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America Becoming: Racial Trends and Their Consequences - Volume II that single question captures many dimensions of health including health-related quality-of-life and functional status; how a respondent answers has also proved to be a significant predictor of mortality even after accounting for standard socio-demographic factors (Idler and Benyamini, 1997). PATTERNS OF RACIAL AND ETHNIC DIFFERENCES IN MORTALITY AND GENERAL HEALTH STATUS The story of health in the United States in the twentieth century can be summarized by two central findings. First, simply and clearly, across age groups, across racial and ethnic groups, among males and females, by almost all indicators, the health of the U.S. population has improved dramatically. Second—and complex to the degree that it defies straightforward description—in spite of the improvements, there have been remarkably persistent differences in health status by race and ethnicity, with the members of many, but not all, racial and ethnic minorities experiencing worse health than the majority population but also with substantial heterogeneity within any one group. Both findings are illustrated by statistics listed in Table 11–1. Members of the largest minority group of the twentieth century, Blacks, have experienced poorer health compared to Whites throughout the century. Members of the fastest growing minority group in absolute numbers, Hispanics, have enjoyed relatively good health by some measures but contain within their ranks substantial variation—e.g., health of TABLE 11–1 Age-Adjusted Death Rates, 1980–1996 (per 100,000 person years)   1980 1990 1996 White 559.4 492.8 466.8 Black 842.5 789.2 738.3 Hispanic – 400.2 365.9 American Indian/ Alaska Native 564.1 445.1 456.7 Asian or Pacific Islander 315.6 297.6 277.4   SOURCE: National Center for Health Statistics (1998).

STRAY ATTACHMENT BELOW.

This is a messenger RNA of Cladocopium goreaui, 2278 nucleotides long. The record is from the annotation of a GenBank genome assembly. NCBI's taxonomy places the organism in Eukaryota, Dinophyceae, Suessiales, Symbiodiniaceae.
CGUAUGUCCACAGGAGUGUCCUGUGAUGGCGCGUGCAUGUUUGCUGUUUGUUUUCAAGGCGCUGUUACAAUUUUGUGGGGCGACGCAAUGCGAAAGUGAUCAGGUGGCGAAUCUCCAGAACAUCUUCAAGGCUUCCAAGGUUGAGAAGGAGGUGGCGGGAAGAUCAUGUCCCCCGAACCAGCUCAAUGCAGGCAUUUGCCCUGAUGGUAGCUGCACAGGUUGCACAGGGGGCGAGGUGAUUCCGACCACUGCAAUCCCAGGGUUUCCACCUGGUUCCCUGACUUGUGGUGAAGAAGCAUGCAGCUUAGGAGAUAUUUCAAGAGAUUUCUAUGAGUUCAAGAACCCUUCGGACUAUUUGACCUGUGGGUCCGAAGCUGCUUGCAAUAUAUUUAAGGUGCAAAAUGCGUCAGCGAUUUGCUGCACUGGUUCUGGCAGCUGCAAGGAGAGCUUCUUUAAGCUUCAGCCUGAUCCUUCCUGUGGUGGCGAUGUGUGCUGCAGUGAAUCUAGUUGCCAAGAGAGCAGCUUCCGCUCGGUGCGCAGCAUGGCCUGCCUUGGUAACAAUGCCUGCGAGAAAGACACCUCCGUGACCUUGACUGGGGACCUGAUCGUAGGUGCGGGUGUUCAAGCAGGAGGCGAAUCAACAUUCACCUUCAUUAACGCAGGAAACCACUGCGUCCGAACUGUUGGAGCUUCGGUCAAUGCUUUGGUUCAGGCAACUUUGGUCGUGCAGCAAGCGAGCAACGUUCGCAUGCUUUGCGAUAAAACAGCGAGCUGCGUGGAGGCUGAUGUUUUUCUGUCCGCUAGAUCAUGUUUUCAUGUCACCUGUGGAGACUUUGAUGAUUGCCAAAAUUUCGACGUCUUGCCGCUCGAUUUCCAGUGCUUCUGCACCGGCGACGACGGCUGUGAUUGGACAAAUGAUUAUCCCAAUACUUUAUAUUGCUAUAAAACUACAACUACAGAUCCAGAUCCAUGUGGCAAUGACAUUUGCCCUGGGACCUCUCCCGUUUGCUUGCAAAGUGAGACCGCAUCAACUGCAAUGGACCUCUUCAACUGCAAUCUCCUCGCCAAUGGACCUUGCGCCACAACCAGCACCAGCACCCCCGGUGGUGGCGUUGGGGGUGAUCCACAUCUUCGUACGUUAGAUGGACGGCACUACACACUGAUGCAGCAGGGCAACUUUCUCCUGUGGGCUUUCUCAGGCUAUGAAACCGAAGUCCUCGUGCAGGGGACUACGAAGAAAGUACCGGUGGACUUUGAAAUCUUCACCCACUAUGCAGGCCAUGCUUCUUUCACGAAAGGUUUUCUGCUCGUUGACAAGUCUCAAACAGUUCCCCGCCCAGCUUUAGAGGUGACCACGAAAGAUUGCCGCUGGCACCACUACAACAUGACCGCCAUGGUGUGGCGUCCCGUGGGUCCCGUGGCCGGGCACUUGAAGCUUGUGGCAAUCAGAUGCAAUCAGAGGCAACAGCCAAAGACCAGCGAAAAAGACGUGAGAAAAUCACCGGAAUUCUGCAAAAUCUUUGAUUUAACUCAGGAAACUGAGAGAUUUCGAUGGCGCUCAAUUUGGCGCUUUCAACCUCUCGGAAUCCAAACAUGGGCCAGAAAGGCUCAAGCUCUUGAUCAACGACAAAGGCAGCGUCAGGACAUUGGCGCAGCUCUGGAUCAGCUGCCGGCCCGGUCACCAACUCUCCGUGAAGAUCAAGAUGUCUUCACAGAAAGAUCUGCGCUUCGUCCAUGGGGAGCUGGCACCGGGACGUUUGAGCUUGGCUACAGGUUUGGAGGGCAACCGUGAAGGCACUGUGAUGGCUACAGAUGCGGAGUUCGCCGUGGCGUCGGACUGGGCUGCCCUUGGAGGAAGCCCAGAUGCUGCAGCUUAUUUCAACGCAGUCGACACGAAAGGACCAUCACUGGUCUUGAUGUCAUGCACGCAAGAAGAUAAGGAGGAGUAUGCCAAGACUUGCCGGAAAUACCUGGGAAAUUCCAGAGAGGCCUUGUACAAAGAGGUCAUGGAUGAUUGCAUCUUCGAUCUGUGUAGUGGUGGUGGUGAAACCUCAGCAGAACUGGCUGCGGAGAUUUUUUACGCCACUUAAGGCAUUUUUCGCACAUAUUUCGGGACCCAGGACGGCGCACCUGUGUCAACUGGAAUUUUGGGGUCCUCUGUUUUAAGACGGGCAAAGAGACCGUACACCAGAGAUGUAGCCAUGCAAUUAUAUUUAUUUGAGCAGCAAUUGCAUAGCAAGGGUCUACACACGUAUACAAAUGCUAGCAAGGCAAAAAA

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America Becoming: Racial Trends and Their Consequences - Volume II Puerto Ricans is comparatively poorer, whereas health of Mexican Americans and Cubans is comparatively better. For Asians and Pacific Islanders the picture is varied as well, though many Asian and Pacific Islander subgroups have comparatively good health. American Indians and Alaska Natives, like Blacks, continue to experience poorer health than Whites, though in recent periods the health gap between Whites and American Indians and Alaska Natives has narrowed considerably. Black Americans Over the course of the twentieth century, life expectancy at birth for Blacks has more than doubled; for Whites it increased by about 60 percent. In 1900, life expectancy for a Black person was 33 years and 47.6 years for a White person; by 1950, life expectancy had risen to 60.7 years for Blacks and 69.1 years for Whites (National Center for Health Statistics, 1998). The Black-White gap had decreased to its lowest point, 5.8 years, around 1984, and then began to increase due to high death rates among Blacks from HIV, homicides, diabetes, and pneumonia. (A decrease in life expectancy was extremely unusual for a large subpopulation in a developed country.) Another factor in the increased differential was that mortality from heart disease decreased at a much faster rate for Whites than for Blacks (Kochanek et al., 1994). By 1989 the gap was at 7.0 years, where it remained until 1995. By 1996 life expectancy increased to 70.2 years for Blacks and 76.8 years for Whites (National Center for Health Statistics, 1998). Comparison of age-adjusted all-cause mortality rates for Blacks presents a similar picture. In 1950, the mortality rate for Blacks was 1,236.7 per 100,000; the rate for Whites was 800.4. As shown in Table 11–1, by 1996, the rate for Blacks had fallen by almost 40 percent to 738.3; the rate for Whites was 466.8 (National Center for Health Statistics, 1998). One fact is true for all groups: women live longer than men. Relative gains in mortality and life expectancy have not been experienced equally, however, by Black men and women. In 1900, the life expectancy at birth of Black females was 1 year greater than for Black males; for White females life expectancy was 2.1 years longer than for White men. Among Blacks the differential increased to 3.8 more years for females in 1950,8.3 more in 1970, and peaked at about 9.2 years in 1991. In 1996 it decreased to 8.1 years. Among Whites the differential peaked in 1970 at 7.6 years and has steadily declined since then, primarily because of reductions in cardiovascular disease among men (National Center for Health Statistics, 1998; Waldron, 1993). National survey data on respondent-reported general health status also suggest a poorer health-related quality of life for Blacks compared to Whites. The age-adjusted percentage of Blacks who reported “fair” or